The silence of meditation and contemplation is difficult for us. Our mind is created and designed to think — and it is constantly at work. Even in our sleep our unconscious mind is busy through our dreams.
The silence of prayer is not the banishing of all distractions — it is the channeling of our thought into God…and the gentle return of ourselves to God when the inevitable distractions pull us away.
This dynamic is not ‘The Struggle’ — it is not about wrestling with ourselves to achieve ‘purity of thought’. The old adage of “we feed what we fight” bears its truth through our inner conflict.
Silent prayer lives in the gentle return to silence from the distractions our mind will draw us to.
To paraphrase Fr. Anthony DeMello SJ: We do not control the birds that fly overhead; we do have something to say about what nests on our head.
For those interested in learning more, Fr. Thomas Keating OCSO, among others, is well worth listening to, especially for background and guidance in the way of silent prayer.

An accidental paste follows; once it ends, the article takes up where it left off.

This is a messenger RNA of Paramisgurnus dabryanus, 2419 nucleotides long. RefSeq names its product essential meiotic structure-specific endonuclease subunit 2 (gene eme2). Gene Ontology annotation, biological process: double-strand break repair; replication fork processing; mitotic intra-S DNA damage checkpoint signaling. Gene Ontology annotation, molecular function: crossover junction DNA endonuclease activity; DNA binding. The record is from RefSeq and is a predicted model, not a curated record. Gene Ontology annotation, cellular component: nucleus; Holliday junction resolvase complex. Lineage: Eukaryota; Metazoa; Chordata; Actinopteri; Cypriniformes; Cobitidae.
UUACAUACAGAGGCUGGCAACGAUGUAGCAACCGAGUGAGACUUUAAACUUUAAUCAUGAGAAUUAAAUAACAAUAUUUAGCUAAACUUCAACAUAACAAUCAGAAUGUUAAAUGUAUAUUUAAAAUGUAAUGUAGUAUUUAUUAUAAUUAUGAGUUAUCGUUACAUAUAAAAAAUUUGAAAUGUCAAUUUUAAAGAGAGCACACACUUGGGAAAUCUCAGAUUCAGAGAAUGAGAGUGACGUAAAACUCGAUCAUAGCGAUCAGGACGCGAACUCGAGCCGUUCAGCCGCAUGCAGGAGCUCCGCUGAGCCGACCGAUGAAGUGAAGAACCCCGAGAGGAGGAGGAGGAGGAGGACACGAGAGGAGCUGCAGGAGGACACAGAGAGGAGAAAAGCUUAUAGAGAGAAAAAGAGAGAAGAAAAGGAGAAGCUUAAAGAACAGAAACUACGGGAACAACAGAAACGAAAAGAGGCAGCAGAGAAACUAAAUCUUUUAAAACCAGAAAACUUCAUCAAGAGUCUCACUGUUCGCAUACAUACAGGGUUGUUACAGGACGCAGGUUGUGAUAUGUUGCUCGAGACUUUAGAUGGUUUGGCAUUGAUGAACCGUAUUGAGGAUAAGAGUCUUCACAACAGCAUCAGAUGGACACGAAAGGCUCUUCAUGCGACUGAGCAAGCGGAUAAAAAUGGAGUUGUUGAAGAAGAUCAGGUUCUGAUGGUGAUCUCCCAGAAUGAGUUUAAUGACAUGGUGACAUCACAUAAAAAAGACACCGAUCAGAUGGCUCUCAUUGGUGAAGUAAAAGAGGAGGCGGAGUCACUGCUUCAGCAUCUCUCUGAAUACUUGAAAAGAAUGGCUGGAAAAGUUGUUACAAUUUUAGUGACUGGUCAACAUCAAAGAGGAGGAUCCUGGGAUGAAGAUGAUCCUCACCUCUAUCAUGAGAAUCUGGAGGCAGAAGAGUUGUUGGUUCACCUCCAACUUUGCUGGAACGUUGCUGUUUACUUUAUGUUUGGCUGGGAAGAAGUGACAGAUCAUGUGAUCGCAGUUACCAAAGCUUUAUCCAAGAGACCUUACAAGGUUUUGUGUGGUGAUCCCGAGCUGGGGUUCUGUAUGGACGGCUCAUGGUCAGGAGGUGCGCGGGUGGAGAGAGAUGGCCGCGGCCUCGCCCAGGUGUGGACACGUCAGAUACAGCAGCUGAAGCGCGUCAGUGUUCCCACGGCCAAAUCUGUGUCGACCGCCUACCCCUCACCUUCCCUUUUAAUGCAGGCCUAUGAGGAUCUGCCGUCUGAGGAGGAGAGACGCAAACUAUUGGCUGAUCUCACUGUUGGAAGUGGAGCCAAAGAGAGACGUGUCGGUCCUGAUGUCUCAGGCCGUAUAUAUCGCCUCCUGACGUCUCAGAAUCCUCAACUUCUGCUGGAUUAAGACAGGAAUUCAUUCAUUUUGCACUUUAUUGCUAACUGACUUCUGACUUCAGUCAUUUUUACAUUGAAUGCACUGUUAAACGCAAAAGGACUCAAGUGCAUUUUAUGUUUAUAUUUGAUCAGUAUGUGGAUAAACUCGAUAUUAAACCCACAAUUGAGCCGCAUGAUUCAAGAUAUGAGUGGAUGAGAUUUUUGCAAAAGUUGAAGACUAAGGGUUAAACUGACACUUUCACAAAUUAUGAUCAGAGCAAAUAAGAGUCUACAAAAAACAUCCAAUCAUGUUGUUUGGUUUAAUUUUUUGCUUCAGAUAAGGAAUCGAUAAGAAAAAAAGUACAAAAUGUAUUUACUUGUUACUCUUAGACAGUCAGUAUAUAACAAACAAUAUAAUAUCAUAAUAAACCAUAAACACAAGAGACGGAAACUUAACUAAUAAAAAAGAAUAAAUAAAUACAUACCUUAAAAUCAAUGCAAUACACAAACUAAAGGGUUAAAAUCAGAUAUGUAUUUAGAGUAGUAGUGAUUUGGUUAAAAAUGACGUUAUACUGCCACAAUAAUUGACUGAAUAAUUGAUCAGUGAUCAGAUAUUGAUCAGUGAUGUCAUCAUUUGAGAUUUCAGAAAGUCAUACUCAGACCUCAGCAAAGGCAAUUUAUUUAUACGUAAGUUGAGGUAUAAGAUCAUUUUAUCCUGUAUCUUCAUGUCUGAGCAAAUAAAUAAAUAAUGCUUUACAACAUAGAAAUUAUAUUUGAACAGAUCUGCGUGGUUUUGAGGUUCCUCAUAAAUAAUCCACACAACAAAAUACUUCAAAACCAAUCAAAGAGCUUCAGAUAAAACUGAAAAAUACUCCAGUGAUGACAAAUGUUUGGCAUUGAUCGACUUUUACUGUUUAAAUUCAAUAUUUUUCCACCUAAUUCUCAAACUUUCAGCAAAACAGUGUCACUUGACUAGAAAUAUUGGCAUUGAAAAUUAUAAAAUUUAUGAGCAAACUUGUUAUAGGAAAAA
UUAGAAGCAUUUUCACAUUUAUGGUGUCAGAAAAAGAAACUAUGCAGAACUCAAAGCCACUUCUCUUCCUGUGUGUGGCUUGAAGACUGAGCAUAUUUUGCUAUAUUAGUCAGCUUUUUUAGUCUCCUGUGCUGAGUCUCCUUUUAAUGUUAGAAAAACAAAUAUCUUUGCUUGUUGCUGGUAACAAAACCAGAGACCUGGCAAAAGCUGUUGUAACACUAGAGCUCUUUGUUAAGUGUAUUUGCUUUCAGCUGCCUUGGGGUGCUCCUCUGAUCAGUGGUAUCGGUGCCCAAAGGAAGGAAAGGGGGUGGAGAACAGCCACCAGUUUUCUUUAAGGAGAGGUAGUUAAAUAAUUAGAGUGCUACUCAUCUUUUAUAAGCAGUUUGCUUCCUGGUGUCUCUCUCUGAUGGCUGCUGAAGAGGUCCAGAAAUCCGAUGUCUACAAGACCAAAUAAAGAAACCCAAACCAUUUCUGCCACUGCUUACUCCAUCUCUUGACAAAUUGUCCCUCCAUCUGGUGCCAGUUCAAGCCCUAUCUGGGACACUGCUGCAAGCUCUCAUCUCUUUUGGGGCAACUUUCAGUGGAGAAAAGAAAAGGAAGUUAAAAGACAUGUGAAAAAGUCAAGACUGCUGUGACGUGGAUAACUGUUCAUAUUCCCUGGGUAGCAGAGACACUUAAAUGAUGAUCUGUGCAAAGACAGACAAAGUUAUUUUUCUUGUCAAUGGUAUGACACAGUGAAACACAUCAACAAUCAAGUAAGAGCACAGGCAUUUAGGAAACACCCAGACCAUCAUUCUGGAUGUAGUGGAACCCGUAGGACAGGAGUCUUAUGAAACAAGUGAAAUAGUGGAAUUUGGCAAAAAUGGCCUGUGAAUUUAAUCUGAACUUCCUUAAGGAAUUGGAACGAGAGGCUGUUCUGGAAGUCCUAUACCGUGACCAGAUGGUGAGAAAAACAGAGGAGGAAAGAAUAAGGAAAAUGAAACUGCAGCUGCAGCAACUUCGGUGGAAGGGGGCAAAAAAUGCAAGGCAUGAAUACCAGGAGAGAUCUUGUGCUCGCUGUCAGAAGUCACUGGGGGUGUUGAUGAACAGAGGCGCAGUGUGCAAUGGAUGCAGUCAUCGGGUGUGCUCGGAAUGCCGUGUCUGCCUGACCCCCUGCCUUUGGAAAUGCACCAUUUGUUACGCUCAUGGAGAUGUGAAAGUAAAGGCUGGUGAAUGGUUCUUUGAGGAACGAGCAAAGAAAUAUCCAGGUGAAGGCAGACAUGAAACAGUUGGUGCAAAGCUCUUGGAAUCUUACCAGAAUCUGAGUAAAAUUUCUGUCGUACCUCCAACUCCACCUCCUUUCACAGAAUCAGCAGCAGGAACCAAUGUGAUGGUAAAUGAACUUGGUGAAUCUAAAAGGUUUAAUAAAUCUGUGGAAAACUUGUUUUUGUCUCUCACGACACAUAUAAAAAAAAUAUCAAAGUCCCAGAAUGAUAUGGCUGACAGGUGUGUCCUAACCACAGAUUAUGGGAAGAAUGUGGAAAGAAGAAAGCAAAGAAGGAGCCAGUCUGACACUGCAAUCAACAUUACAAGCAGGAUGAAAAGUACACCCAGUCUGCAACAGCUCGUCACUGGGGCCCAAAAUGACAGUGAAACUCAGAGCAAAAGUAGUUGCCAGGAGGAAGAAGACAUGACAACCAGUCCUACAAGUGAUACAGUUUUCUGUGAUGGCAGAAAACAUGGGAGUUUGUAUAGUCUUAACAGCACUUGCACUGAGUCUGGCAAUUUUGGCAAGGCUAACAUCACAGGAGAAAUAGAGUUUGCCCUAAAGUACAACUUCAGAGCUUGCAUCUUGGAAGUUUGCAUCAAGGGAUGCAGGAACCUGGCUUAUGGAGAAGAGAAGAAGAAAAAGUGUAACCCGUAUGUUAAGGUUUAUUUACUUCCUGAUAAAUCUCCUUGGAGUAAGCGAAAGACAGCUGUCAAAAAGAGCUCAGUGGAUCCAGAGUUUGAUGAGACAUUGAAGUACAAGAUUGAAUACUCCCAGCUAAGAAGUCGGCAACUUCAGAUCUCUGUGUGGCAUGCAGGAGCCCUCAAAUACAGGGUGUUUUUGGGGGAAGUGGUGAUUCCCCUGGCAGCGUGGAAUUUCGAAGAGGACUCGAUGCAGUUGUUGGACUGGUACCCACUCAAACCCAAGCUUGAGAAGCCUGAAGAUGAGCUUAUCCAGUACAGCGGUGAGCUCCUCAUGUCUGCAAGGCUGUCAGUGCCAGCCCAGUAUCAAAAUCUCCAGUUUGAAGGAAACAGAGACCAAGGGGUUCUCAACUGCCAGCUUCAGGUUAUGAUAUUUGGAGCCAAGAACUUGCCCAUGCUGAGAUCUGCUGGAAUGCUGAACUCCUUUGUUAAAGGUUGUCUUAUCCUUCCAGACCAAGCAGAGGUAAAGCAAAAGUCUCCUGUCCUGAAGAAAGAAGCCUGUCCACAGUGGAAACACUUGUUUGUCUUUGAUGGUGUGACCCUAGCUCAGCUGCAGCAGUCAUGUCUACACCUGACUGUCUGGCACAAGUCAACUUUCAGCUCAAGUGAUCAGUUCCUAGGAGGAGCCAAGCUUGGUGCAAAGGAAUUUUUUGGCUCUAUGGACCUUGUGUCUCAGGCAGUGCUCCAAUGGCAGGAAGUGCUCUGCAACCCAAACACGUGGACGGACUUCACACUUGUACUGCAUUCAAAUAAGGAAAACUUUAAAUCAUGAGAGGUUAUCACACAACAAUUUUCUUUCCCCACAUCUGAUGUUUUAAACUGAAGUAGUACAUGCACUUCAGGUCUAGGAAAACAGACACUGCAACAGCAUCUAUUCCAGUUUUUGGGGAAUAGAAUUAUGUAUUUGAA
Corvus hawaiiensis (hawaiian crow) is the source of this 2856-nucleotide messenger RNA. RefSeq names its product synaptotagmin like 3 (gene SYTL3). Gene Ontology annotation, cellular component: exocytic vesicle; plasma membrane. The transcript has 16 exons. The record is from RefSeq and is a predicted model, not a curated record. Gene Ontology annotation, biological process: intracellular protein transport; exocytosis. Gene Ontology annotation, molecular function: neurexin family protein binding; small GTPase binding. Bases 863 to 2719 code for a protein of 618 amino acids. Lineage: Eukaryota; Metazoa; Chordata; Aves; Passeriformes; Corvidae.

An introductory prayer for those looking to try silent prayer; may it help settle mind and mood for the prayer time…
Paradox of God
I come to You,
who is everywhere.
I turn to You,
who is within me.
My ears listen,
for Your silent voice.
My eyes search,
for Your gaze that never leaves me.
My soul opens,
to Your healing presence.
My heart rejoices,
in Your saving grace.
My being rests,
in simply being.
So that I may free myself,
from myself.
So that You may be born again
in me.
So that I may be born again
in You.

Ordinary Timemarch

Read Time: 4.5 minutes

After all the Christmas liturgical seasonal celebrations, we are now back in “Ordinary Time”. This is the longest liturgical season in the year and lasts 33 to 34 weeks, in two chunks, one short and the other long.  The first after the Epiphany until the beginning of Lent and then again after Pentecost, lasting until Advent.